The idea that affordable, high-density, multifamily housing will lower property values has been refuted by numerous studies conducted over many years and in various locations. For example, a study, commissioned by the Family Housing Fund in Minnesota, studied affordable apartments in 12 Twin Cities neighborhoods and found "little or no evidence to support the claim that tax-credit family rental developments in the study eroded surrounding home values." Likewise, a study of six metropolitan areas – Atlanta, Boston, Chicago, Cleveland, Sacramento and Austin – by Harvard University's Joint Center for Housing Studies confirms that apartments pose no threat to nearby single-family house values. A study of Low-Income Housing Tax Credit properties in Milwaukee and Madison, Wisconsin found that these developments did not reduce nearby property values. And, more recent work in New York City also found no adverse effects from these types of properties. These studies and others show that property values are primarily determined by the condition of the particular property for sale and other broader, more complex factors such as overall area development and prosperity. Nearby units of affordable housing have no significant impact on these other factors, which are the real drivers of property values.

That said, when affordable housing is highly concentrated, there may in some cases be more negative impacts on property values, especially in neighborhoods that already are facing other challenges. This suggests the importance of carefully developed affordable housing strategies that ensure that concentrations of poverty are avoided and that affordable homes are well-designed and constructed to ensure they are strong community assets.

Researchers at Virginia Tech concluded that attractively designed and landscaped higher density units actually increase the overall value of area single-housing.  New apartments often signal that the local economy is healthy and growing. They also create the density needed to create more retail and other services, thereby increasing the attractiveness of the surrounding area. Finally, the residents of the new multifamily housing can bolster property values by a larger pool of potential buyers for existing owners when they decide to sell their houses.

Affordable Housing Is a Community Asset

Affordable housing is an asset to the community and part of the solution to our communities' problems.

Affordable housing located near jobs or public transit reduces traffic congestion and improves air quality by reducing the commute times of low-paid workers who must otherwise commute long distances, thereby contributing to higher productivity and better morale in workers. Employers can reduce the amount they must spend to comply with the state's air quality and traffic mitigation requirements.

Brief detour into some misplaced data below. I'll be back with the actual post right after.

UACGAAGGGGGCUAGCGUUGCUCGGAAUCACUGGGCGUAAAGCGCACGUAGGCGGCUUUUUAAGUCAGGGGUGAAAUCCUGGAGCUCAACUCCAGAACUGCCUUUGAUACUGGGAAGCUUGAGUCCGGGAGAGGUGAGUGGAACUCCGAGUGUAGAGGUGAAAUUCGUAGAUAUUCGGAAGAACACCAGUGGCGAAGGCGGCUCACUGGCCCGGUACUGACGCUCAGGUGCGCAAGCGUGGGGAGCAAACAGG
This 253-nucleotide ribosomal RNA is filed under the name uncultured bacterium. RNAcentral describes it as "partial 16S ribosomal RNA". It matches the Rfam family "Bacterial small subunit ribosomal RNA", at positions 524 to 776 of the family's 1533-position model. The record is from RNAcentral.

Affordable housing reduces overcrowding. In some cases, affordable housing replaces deteriorated buildings, attracts new investment to the area and encourages nearby owners to reinvest. A full range of affordable and available housing is critical for restoring a competitive business climate. Locally, access to affordable housing enables low-paid workers to pursue education and training leading to higher-paying careers and to establish roots in the community. These lower-paid workers are critical to the economy and we all regularly depend upon them to help us maintain our quality of life and well being.

Access to affordable housing enables low-paid workers and others to avoid homelessness and to avoid the need for public benefits. Affordable housing enables individuals to stabilize their lives so they can pursue jobs, access needed services, and deal effectively with their any problems they may have.

Availability of affordable housing enables the city to attract and to retain employers who require affordable housing for their lower level employees. The high cost of housing is one of business' most frequently cited impediments to recruiting and maintaining employees. Affordable housing keeps the costs of doing business down.

Homebuilding creates a significant number of jobs and generates tax revenues. Homebuilding generates three to four jobs, including manufacturing jobs, for every onsite construction job. Homebuilding creates a significant amount of indirect economic activity. Construction wages generate more ripple effects - adding purchasing power and sales taxes - than most unskilled service sector jobs.

Affordable housing also reduces the stress on other government-provided social services.

Affordable housing developments bring large federal, state, and private subsidies to local communities. These subsidies in turn support existing local jobs and create new ones, particularly in the construction and services industries. Affordable housing, including housing with support services, is the most cost-effective way of helping the most vulnerable members of our community, such as the seniors and the disabled, reach their potential. Without this kind of assistance, higher levels of public services are required.

If you'd like to contribute to CHP's high quality affordable housing programs and services, please visit our donations page to help us help others.